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Trainer of Exotic Dancer Jonjo O'Neill with jockey Tony McCoy after victory in the Lexus Steeplechase. Picture: Brian Lawless/SPORTSFILE
Trainer of Exotic Dancer Jonjo O'Neill with jockey Tony McCoy after victory in the Lexus Steeplechase. Picture: Brian Lawless/SPORTSFILE
SOCIAL BOOKMARKS

The Leeside legends series: Jonjo O'Neill left Castletownroche to become a racing icon as a jockey and trainer

ON the walls of the reconstructed schoolhouse that is now an all-purpose office at his home, endless photographs are interrupted just once.

A scroll hangs in a simple frame, its script the type of rhyme that could seem incorrect elsewhere.

Here it is an appropriate parable to the life and turbulent times of Jonjo O’Neill.

Its verses are ponderous, but its message is simple: 'Don’t Quit'.

O’Neill has always been public property, privy to that rare sporting status of being known everywhere by his Christian name.

The masses are sometimes misguided with such figures but with O’Neill they have somebody as authentic as his reputation for courage in adversity.

Jockey Tony Dobbin with trainer Jonjo O'Neill after winning The EMO Oil Champion Hurdle at Punchestown. Picture: Matt Browne/SPORTSFILE
Jockey Tony Dobbin with trainer Jonjo O'Neill after winning The EMO Oil Champion Hurdle at Punchestown. Picture: Matt Browne/SPORTSFILE

Adversity was brought out best in the grocers’ son from Castletownroche who packed his bags and emigrated to England at the age of 19 in 1972.

He acquired an intimate knowledge of hospitals as a jockey to whom broken bones were an inconvenient common occurrence , but it was when he was admitted to a cancer ward that the character of the man was vividly illuminated.

Cancer...

At 33 years of age O’Neill had not started his training career long at Penrith in Cumbria when he was forced to undergo treatment for cancer and suspend his training activities for a time.

Like so many who became top jockeys, he was given a pony to ride by his father and it was too long before he was out with the age old Duhallow Hunt.

He first went to work with Don Reid a private trainer near Mallow and then joined Michael Connolly on the Curragh with whom he served his three-year apprenticeship.

Jonjo won his first steeplechase as a spare ride at Navan in 1972 on Stan Royal a 25/1 outsider.

O’Neill had the first of many falls later on that year when the Connolly- trained Irish Painter came to grief at the last fence of a chase Naas.

Jonjo joined the Gordon Richards stable in Cumbria but he didn’t get a mount for a few months.

In March 1972 O’Neill won a race at Ayr only to be relegated and placed second.

The year of 1972 changed the affable north Cork man’s life after basing himself at Richards’ stable where he befriended Limerick-born Ron Barry who had ridden a record 125 winners that season, but in 1977 Jonjo broke that record when amassing 149 winners in a season that included a five-timer at Perth.

In October 1980 he suffered his worst fall at Bangor when he broke his right leg for the second time.

The broken bone was plated but after a few months it had to be replaced after Jonjo had tried to make a recovery too early. O’Neill suffered injuries that would have broken lesser men but he showed typical resolve to comeback each time.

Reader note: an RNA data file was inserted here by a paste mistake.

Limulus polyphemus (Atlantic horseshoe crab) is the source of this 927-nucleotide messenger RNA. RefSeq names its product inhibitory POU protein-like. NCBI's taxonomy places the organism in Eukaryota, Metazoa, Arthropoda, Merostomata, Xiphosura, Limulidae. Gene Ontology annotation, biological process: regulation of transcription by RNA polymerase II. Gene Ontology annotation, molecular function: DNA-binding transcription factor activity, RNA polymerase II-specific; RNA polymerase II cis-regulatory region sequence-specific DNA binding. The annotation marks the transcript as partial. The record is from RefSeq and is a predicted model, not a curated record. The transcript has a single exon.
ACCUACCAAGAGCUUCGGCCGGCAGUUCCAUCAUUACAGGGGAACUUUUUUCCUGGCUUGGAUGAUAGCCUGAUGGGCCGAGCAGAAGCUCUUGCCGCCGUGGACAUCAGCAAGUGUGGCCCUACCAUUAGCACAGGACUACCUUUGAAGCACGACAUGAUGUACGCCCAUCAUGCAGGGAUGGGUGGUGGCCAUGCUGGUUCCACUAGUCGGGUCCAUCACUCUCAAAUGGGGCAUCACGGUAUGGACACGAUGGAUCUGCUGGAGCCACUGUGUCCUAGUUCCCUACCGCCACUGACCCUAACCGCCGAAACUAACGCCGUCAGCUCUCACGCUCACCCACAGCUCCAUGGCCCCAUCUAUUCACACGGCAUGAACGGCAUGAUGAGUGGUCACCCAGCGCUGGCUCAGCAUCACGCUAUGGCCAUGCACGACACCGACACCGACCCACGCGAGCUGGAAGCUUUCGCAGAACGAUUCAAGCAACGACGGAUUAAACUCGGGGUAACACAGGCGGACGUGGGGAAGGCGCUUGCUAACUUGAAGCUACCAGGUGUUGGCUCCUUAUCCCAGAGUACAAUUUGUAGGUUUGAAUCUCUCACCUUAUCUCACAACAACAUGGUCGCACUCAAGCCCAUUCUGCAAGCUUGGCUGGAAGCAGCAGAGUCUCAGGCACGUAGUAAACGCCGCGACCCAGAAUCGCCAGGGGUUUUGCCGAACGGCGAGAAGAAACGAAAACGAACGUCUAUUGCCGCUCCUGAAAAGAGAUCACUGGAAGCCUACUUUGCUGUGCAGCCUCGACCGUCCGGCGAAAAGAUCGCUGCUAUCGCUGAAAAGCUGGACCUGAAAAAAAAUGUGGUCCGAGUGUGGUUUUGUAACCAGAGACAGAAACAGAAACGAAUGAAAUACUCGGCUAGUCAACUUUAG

Smiling...

Other injuries suffered by the Cork man included a broken cheekbone, dislocated hip and various back injuries, but in the style of his kind ways he always managed a smiling visage masked with an indomitable will and nerves of steel.

Of the 901 winners, O’Neill’s fondest memories are of winning the 1979 Cheltenham Gold Cup on Alverton. 

O’Neill also won the Champion Hurdle on Night Nurse, Sea Pigeon, and Dawn Run with the latter also winning the 1985 Cheltenham Gold Cup. The popular mare looked well and truly beaten on rising to the final fence but characteristically the rider did not give up and neither did Dawn Run.

The scenes after that particular race were quite amazing as the Irish punters went

Jonjo O'Neill, trainer, at the Cheltenham Festival. Picture: Pat Murphy/SPORTSFILE
Jonjo O'Neill, trainer, at the Cheltenham Festival. Picture: Pat Murphy/SPORTSFILE
absolutely wild with excitement as they had just witnessed one of the bravest performances ever from a horse and rider at the famous Cotswold’s track.

The legendary Fred Winter once told Jonjo: “You will never go out and buy a star it will just come into your yard with a bit of luck.”

As a trainer Jonjo trained Wichita Lineman to win the 2009 William Hill Trophy.

A year later Jonjo trained Don’t Push It to win the Aintree Grand National and two years later Synchronized won the Cheltenham Gold Cup.

There is another O’Neill jockey presently making great strides in England as Jonjo junior is highly rated by many pundits.

Nowadays Jonjo’s once main owner JP McManus has only 15 horses in training at his Jackdaws Castle base but that will not deter him in his battle to mix it with the best.

But then O’Neill is an eternal optimist.

 Trainer Jonjo O’Neill with his Cheltenham Gold Cup hope Legal Right at his stables, Jackdaws Castle in Gloucestershire, 2002. PA Photo: David Davies

Trainer Jonjo O’Neill with his Cheltenham Gold Cup hope Legal Right at his stables, Jackdaws Castle in Gloucestershire, 2002. PA Photo: David Davies

FACTFILE:

Jonjo O’Neill rode his first winner on January 1972 on a 25/1 outsider Stan Royal at Navan.

Jonjo joined Gordon Richards stable in Penrith Cumbrian in March 1972.

In 1977 O’Neill broke Ron Barry’s record of 125 winners in a season when he saddled 149 winners.

O’Neill rode 901 winners during his illustrious career.

Jonjo will be best remembered for his memorable 1985 Cheltenham Gold Cup success on Dawn Run.